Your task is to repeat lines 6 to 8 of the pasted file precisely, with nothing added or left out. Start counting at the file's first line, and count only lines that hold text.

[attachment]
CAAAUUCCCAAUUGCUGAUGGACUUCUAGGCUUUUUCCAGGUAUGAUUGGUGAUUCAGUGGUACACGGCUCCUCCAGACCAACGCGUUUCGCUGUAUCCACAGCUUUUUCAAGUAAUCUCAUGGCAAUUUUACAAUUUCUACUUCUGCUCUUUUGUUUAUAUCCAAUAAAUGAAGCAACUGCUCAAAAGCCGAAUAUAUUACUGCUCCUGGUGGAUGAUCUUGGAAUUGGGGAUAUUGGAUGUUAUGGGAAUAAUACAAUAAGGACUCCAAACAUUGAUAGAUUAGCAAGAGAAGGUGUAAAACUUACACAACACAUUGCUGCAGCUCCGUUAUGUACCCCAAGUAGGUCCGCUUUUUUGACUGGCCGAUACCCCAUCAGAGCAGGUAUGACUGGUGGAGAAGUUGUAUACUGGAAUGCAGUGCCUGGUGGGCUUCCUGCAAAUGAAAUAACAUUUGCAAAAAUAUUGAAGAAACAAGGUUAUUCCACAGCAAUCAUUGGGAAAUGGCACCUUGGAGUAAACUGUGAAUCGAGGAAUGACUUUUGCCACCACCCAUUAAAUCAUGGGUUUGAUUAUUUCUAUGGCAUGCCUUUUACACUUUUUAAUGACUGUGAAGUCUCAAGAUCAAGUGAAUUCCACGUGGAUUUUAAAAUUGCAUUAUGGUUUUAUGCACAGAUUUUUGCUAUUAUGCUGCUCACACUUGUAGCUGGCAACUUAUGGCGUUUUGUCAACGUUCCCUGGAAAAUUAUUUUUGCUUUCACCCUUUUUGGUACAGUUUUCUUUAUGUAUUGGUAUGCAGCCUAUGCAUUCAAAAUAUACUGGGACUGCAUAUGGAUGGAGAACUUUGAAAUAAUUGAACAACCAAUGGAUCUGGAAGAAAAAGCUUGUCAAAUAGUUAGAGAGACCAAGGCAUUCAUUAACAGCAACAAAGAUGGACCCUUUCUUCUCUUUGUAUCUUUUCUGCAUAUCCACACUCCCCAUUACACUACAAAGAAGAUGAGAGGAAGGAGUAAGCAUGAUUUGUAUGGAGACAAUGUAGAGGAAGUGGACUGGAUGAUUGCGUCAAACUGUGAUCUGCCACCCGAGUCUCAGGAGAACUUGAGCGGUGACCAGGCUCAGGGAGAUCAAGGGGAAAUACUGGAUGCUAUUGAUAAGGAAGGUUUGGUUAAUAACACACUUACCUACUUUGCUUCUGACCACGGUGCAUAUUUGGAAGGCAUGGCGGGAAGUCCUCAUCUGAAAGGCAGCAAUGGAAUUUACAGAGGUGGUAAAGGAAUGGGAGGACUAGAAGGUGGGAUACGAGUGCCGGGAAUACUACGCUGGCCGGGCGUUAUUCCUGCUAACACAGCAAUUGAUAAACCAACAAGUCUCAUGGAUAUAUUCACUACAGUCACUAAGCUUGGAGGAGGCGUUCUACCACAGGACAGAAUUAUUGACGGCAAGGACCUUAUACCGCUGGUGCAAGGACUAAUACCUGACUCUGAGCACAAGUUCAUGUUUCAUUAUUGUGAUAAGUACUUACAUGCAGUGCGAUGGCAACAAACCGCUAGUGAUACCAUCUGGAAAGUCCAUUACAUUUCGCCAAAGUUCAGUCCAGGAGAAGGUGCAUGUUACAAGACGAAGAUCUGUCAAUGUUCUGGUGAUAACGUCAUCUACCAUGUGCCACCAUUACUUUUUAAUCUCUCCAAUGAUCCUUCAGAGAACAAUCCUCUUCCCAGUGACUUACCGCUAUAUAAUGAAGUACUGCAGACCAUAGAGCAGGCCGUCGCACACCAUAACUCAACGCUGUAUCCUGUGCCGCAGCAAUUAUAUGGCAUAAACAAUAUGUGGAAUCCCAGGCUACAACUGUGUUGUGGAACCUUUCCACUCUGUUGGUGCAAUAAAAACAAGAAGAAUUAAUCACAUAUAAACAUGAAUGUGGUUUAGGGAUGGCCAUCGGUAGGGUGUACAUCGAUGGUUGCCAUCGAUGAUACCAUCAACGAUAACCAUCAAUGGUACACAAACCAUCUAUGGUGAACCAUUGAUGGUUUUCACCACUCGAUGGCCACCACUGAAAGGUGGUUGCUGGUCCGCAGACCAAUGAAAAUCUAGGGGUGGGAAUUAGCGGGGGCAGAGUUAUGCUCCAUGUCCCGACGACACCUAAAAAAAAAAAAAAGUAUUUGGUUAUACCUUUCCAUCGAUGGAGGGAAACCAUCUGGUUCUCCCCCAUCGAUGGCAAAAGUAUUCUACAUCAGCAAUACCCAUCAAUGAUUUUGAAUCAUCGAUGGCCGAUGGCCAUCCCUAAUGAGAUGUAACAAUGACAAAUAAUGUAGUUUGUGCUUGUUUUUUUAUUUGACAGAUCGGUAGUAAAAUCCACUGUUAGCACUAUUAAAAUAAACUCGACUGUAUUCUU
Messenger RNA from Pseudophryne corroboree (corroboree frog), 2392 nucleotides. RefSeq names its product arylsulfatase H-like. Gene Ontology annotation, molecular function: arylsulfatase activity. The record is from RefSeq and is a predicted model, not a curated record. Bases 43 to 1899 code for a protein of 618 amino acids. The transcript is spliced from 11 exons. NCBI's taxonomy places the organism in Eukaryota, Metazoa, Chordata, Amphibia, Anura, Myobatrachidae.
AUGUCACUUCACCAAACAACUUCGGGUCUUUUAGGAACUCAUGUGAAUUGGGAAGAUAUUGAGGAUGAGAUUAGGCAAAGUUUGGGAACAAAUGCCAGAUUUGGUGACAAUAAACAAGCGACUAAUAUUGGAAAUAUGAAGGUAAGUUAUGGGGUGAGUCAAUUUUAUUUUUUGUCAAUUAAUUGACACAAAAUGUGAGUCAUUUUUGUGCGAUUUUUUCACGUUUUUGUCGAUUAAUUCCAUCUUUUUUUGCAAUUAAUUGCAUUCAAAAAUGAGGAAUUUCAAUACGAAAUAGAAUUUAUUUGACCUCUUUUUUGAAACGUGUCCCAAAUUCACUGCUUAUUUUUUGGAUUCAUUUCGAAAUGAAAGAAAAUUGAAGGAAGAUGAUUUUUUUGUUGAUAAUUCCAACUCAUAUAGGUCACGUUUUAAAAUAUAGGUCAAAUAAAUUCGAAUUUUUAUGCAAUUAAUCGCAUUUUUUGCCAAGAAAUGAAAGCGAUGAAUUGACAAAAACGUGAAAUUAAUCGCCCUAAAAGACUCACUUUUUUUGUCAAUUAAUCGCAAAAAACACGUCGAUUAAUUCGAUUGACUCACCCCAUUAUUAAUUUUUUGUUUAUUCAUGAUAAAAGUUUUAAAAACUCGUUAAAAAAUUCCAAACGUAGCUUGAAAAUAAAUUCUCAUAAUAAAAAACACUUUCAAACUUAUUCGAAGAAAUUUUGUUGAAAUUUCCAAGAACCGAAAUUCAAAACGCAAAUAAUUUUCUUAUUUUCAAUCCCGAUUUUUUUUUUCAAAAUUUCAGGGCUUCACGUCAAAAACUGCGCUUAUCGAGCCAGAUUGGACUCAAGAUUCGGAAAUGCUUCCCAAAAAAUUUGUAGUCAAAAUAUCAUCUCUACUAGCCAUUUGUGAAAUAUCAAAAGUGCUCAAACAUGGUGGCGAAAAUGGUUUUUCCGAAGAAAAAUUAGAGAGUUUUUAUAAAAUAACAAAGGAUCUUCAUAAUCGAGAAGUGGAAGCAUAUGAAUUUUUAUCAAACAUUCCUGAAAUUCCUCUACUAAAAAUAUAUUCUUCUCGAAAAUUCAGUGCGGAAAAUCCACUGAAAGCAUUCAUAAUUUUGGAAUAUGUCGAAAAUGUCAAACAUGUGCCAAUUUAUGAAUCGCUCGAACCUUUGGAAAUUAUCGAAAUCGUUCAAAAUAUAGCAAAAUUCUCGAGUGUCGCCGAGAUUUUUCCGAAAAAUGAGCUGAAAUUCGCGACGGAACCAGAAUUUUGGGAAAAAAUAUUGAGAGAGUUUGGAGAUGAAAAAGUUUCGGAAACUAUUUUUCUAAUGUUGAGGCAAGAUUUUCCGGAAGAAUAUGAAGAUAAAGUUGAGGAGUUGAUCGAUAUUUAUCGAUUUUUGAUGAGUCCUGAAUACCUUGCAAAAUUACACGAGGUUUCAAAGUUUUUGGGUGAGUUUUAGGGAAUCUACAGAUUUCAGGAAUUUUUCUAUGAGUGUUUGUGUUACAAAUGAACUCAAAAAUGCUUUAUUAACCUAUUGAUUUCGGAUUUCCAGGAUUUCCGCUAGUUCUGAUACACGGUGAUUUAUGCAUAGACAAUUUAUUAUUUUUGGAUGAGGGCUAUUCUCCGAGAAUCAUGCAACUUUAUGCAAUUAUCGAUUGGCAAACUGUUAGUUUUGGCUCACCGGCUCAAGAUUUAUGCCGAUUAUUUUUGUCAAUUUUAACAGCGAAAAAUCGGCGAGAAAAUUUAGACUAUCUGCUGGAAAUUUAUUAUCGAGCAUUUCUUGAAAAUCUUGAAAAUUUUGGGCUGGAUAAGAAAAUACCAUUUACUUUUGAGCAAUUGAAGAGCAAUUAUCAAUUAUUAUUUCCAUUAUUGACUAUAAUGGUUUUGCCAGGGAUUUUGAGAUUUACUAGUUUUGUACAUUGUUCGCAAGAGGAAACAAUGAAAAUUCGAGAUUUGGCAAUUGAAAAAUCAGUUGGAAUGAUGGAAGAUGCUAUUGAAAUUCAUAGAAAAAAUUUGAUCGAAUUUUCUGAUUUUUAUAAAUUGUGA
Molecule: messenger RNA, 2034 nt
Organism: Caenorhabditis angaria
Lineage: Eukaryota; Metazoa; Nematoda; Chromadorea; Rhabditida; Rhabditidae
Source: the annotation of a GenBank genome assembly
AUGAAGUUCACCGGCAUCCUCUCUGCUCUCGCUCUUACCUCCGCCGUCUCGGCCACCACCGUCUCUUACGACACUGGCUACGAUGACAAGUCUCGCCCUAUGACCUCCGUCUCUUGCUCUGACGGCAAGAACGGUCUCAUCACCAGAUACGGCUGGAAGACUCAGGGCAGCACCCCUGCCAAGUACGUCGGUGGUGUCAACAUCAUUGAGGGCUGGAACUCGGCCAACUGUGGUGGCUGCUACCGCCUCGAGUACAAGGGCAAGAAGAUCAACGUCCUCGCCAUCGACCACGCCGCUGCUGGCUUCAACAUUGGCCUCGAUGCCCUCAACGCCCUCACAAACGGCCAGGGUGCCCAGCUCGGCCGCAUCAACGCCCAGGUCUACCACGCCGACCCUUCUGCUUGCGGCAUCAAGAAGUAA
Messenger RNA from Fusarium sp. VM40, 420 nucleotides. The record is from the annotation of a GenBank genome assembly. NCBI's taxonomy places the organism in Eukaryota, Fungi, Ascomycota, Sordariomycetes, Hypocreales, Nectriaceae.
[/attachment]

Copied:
Lineage: Eukaryota; Metazoa; Nematoda; Chromadorea; Rhabditida; Rhabditidae
Source: the annotation of a GenBank genome assembly
AUGAAGUUCACCGGCAUCCUCUCUGCUCUCGCUCUUACCUCCGCCGUCUCGGCCACCACCGUCUCUUACGACACUGGCUACGAUGACAAGUCUCGCCCUAUGACCUCCGUCUCUUGCUCUGACGGCAAGAACGGUCUCAUCACCAGAUACGGCUGGAAGACUCAGGGCAGCACCCCUGCCAAGUACGUCGGUGGUGUCAACAUCAUUGAGGGCUGGAACUCGGCCAACUGUGGUGGCUGCUACCGCCUCGAGUACAAGGGCAAGAAGAUCAACGUCCUCGCCAUCGACCACGCCGCUGCUGGCUUCAACAUUGGCCUCGAUGCCCUCAACGCCCUCACAAACGGCCAGGGUGCCCAGCUCGGCCGCAUCAACGCCCAGGUCUACCACGCCGACCCUUCUGCUUGCGGCAUCAAGAAGUAA